Three Strange But True Ways Christians Justify Starving Children – A Response Post

Every once in a while a post or a tweet grabs my attention and I simply cannot contain my response to 140 characters. This was one of them: “3 Strange But True Reasons Why God Doesn’t Feed All the Starving Children in the World” from the apologetics website “Not Ashamed of the Gospel”. This should be good, I thought. “Strange”, so they probably won’t be reasons I’ve heard before, and “true” so there must be some pretty good evidence to back these reasons up! Sigh. Wrong on both counts. And thus we have my second response post.

So, what are the strange but true reasons God doesn’t feed all the starving children?

Reason #1 : It’s Not God’s Responsibility to Feed the Starving Children of the World

Of all the times that I have read the Bible from cover to cover, I can’t think of a single Bible verse in which God makes a promise to feed all the starving children in the world.

So when somebody accuses God of being unjust because He has the capability to feed starving children, and He doesn’t, then it’s that person that has a misunderstanding of God.

All right, let me stop you right there, because I can think of two Bible verses off the top of my head that contradict this line of thinking. The first being…


Pretty. It continues:

 27 Can any one of you by worrying add a single hour to your life? 28 “And why do you worry about clothes? See how the flowers of the field grow. They do not labor or spin. 29 Yet I tell you that not even Solomon in all his splendor was dressed like one of these. 30 If that is how God clothes the grass of the field, which is here today and tomorrow is thrown into the fire, will he not much more clothe you—you of little faith? 31 So do not worry, saying, ‘What shall we eat?’ or ‘What shall we drink?’ or ‘What shall we wear?’ 32 For the pagans run after all these things, and your heavenly Father knows that you need them. 33 But seek first his kingdom and his righteousness, and all these things will be given to you as well. – Matthew 6:26-33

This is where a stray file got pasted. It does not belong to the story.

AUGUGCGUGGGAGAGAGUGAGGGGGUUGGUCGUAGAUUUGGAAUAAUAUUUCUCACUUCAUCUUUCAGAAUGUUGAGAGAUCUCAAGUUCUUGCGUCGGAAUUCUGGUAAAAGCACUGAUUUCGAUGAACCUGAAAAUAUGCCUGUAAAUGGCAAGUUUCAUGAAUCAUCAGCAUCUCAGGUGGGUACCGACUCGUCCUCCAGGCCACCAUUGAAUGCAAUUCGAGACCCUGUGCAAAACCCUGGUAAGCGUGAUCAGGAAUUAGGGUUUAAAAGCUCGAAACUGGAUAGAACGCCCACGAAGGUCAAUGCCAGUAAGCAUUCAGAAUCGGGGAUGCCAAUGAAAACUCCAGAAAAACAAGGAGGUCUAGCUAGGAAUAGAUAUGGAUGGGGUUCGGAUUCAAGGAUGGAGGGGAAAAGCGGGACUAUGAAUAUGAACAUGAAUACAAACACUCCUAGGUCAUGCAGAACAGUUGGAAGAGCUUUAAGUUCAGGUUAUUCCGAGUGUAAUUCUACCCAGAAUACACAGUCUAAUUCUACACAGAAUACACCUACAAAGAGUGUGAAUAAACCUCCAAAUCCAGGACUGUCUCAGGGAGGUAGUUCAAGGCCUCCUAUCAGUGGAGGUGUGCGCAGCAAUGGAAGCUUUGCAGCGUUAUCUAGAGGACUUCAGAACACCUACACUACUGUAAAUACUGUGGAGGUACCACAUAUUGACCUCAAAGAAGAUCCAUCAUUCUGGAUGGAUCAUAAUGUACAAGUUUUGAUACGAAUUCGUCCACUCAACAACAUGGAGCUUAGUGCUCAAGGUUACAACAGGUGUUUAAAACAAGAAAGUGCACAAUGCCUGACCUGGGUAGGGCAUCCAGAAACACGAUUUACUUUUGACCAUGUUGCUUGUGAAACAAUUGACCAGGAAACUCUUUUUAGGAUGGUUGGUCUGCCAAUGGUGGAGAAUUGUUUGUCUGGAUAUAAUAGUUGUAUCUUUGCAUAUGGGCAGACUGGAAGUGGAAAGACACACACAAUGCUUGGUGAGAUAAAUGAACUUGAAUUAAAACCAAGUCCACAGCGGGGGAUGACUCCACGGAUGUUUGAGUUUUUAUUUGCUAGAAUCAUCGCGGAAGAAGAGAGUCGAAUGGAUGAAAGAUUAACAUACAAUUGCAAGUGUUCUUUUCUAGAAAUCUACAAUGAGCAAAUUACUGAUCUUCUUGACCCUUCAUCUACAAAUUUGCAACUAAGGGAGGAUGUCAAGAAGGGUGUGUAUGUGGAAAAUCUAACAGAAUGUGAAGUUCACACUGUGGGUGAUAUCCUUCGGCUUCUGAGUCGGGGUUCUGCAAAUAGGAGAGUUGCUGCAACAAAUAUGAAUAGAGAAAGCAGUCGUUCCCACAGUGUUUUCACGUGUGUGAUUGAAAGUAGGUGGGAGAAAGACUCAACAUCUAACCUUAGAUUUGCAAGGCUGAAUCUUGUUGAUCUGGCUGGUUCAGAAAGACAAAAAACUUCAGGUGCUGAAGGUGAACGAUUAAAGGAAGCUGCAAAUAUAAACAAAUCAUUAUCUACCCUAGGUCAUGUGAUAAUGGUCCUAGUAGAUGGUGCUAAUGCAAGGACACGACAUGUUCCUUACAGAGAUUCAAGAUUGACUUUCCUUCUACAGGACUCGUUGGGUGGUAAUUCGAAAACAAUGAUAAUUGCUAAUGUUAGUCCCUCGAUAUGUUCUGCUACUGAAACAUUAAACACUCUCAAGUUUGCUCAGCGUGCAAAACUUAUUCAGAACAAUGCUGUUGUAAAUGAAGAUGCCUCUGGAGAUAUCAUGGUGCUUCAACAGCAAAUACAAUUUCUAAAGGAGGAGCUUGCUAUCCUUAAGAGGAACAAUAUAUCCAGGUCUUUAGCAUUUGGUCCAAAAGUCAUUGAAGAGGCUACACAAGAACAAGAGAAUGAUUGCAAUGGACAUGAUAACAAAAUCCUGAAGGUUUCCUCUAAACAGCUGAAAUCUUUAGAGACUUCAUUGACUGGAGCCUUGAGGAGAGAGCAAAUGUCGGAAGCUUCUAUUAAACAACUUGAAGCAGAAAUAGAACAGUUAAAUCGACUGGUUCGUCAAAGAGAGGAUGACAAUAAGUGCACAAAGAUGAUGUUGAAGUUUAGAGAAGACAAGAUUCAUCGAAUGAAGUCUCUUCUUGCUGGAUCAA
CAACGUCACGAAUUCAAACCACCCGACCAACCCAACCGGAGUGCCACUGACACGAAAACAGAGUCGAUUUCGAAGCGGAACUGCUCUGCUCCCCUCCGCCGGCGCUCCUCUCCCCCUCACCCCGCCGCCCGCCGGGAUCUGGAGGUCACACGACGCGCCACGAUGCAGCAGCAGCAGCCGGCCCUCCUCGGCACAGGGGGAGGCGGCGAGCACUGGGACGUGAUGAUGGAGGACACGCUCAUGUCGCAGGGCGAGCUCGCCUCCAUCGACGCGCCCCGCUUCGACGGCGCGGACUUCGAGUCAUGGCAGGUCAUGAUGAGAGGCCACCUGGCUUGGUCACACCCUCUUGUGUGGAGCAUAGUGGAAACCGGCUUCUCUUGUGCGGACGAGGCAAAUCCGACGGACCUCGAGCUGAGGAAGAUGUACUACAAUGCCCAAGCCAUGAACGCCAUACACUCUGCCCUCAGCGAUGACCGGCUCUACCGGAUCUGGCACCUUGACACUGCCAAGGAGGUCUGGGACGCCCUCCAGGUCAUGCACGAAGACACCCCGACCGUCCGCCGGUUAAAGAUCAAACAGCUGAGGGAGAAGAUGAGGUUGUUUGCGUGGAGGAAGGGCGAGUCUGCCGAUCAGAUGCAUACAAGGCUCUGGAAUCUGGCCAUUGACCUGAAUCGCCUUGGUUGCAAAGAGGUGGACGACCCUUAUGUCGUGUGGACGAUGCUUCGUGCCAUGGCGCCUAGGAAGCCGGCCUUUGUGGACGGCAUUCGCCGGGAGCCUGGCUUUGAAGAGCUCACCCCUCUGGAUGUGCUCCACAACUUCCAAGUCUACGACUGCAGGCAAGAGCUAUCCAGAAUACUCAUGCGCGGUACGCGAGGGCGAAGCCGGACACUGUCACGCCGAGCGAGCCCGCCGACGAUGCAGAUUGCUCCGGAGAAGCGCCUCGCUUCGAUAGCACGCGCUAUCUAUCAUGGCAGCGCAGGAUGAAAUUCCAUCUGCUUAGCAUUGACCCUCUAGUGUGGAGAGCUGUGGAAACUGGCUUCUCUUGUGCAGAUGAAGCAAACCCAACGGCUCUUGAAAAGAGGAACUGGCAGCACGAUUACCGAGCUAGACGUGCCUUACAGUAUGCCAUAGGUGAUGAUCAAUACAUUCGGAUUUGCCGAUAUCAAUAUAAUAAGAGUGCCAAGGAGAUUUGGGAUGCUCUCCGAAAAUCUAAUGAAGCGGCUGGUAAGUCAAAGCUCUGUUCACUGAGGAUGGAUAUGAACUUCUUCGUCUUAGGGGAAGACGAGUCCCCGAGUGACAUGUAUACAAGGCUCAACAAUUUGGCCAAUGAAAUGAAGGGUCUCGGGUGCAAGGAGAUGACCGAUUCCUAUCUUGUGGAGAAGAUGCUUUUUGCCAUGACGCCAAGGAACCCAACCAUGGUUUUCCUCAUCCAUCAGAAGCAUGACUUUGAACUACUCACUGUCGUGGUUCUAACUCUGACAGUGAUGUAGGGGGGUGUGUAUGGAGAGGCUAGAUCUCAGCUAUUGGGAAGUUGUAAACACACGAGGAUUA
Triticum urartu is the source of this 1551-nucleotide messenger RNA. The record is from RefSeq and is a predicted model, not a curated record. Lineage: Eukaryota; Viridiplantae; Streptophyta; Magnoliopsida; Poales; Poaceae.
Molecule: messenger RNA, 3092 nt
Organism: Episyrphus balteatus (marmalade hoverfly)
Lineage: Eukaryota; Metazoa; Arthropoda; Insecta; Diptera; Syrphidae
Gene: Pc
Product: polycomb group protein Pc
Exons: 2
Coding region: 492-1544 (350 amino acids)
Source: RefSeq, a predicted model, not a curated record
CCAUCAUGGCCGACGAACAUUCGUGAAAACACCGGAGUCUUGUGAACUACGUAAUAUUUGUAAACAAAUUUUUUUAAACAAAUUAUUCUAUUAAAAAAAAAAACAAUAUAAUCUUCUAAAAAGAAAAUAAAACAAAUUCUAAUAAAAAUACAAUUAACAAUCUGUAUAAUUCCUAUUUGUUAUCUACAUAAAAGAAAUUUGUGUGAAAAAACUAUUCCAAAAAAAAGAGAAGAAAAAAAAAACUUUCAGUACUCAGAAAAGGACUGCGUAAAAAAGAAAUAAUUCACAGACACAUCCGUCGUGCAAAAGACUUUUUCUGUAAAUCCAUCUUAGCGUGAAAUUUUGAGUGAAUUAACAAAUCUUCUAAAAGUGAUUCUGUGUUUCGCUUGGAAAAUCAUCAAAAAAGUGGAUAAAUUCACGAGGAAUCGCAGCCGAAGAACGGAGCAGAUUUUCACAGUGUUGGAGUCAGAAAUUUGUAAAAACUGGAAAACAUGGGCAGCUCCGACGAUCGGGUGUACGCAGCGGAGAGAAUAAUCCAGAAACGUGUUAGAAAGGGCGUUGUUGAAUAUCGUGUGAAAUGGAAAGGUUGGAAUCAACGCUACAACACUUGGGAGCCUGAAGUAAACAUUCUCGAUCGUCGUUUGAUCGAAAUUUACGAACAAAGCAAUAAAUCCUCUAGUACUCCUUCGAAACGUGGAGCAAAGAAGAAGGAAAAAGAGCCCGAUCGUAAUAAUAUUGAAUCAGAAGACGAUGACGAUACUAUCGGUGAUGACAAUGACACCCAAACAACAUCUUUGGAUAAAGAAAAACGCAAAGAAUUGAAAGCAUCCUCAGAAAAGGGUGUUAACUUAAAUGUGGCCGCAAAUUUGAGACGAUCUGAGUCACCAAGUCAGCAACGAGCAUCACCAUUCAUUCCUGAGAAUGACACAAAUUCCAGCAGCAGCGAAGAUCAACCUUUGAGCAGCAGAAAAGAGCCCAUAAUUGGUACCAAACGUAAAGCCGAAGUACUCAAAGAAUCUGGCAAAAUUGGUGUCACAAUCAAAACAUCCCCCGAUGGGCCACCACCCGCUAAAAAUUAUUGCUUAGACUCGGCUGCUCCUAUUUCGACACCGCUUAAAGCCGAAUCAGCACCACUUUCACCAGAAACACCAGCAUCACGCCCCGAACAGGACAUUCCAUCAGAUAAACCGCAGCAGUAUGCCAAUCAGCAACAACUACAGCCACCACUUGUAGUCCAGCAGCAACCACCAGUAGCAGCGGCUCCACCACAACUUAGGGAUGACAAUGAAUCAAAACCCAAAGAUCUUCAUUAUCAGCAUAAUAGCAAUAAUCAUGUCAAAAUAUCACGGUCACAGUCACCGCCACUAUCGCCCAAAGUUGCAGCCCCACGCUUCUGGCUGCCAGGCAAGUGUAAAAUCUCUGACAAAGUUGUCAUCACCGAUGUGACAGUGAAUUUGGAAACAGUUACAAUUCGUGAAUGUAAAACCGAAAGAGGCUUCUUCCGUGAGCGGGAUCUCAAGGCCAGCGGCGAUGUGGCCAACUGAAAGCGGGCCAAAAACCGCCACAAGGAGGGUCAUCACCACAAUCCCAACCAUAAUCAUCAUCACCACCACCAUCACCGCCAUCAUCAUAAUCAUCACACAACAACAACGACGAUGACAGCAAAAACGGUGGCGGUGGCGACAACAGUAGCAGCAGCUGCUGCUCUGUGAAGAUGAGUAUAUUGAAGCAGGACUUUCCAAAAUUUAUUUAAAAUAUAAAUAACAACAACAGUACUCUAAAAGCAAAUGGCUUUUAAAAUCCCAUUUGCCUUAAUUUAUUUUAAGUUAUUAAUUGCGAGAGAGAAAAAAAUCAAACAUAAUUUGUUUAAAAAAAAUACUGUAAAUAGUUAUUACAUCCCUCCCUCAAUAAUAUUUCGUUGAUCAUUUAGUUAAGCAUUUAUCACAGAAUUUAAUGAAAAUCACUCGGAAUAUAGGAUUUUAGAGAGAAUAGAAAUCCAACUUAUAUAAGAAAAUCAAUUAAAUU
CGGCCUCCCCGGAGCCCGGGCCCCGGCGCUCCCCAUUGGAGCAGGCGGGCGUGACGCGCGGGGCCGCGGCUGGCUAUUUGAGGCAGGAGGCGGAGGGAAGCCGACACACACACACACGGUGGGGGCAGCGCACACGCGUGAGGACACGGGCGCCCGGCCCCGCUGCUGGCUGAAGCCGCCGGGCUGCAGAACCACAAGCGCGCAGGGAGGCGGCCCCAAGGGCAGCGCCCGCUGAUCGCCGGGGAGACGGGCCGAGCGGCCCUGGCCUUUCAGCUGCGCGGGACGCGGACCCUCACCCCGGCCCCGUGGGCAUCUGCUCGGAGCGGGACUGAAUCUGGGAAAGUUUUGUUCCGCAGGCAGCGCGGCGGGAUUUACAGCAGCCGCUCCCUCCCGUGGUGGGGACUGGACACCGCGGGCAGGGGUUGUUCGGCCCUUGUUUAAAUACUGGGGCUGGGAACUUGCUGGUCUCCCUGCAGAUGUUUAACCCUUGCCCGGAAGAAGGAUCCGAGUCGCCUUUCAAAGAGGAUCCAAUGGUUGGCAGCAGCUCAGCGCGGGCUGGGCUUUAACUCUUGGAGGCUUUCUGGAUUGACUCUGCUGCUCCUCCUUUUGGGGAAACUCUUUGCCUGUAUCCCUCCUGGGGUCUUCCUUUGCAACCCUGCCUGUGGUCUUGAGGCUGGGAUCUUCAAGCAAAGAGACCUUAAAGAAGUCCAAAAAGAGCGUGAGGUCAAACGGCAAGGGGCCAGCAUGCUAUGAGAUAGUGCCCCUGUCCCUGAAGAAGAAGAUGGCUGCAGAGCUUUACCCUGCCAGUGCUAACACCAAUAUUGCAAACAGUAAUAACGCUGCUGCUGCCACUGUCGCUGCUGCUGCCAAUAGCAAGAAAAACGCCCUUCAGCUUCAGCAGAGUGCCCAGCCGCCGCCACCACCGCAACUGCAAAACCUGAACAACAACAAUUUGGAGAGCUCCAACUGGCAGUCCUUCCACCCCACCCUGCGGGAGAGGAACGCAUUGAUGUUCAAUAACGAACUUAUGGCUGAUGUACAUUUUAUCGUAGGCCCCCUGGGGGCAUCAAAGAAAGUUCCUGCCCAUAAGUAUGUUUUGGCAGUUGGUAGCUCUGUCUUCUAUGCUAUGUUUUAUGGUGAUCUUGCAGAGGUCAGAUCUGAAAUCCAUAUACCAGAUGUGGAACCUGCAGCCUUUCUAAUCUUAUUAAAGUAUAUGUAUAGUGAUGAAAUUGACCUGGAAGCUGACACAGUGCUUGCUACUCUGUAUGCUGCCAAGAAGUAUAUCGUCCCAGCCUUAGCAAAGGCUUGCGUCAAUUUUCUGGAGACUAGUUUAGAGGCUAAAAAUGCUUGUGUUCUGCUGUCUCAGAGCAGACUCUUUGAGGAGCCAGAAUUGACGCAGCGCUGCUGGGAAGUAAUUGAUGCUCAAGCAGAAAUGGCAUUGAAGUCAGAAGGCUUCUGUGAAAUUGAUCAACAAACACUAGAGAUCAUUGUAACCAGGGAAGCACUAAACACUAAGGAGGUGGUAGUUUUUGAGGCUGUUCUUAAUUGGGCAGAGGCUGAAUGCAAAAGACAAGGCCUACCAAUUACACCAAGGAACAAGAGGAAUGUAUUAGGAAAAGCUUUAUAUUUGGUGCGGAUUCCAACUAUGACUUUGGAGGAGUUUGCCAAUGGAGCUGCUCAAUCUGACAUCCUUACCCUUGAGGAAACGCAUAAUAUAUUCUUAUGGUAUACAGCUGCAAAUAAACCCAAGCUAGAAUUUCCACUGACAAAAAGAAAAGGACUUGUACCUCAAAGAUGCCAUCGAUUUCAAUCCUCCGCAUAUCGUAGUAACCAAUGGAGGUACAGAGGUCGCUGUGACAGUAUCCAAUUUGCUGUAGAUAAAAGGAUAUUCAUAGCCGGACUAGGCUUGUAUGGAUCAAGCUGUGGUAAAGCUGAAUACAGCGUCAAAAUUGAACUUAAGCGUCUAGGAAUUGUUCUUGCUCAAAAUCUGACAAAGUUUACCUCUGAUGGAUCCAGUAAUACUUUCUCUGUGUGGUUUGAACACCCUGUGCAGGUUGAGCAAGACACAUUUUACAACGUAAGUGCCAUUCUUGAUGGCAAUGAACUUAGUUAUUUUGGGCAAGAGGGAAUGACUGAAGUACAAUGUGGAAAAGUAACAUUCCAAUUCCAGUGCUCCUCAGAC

This sounds suspiciously like, “God will feed all the starving children”, doesn’t it? Especially if they earnestly pray and seek God. I hardly doubt the author can say that those children must not have prayed hard enough or believed firmly enough.

This brings me to the second verse which contradicts Reason #1. Jesus himself promises to grant whatever prayers we ask for:

10 For everyone who asks receives, and he who seeks finds, and to him who knocks it will be opened. 11 If a son asks for bread from any father among you, will he give him a stone? Or if he asks for a fish, will he give him a serpent instead of a fish? 12 Or if he asks for an egg, will he offer him a scorpion? 13 If you then, being evil, know how to give good gifts to your children, how much more will your heavenly Father give the Holy Spirit to those who ask Him!” – Luke 11:10-13

That sounds pretty conclusive to me. Of course it doesn’t use the exact words, “God promises to feed all the starving children in the world”, but it’s extremely close. How about one more, for good measure? Okay 🙂

21 So Jesus answered and said to them, “Assuredly, I say to you, if you have faith and do not doubt, you will not only do what was done to the fig tree, but also if you say to this mountain, ‘Be removed and be cast into the sea,’ it will be done. 22 And whatever things you ask in prayer, believing, you will receive.” – Matthew 21:21-22

How many Christians pray every day for the poor? Yet nothing happens.


I can’t move on to the second reason without addressing this:

If God Isn’t Responsible For Feeding Starving Children, Then Who Is?
The answer is you and me. I can think of numerous Bible verses in which God instructs His children to feed the poor people of the world.

Of course he goes on to list said Bible verses. Here’s the thing — God is all-powerful. We are not. God has unlimited resources. We do not. Why in the world would he entrust the well-being of his children to his other children who can barely take care of themselves?! That would be like an absentee parent expecting the oldest child to take care of all the younger ones — I mean, they’ll do it cause they have to, cause they love their siblings and want the best for them, but it’s gonna be hellish, to say the least. Instead of ALL of the children being taken care of equally well by a responsible parent, each child will suffer to varying degrees.

This “reason” – that we are responsible, not God – is not answering the “why” here.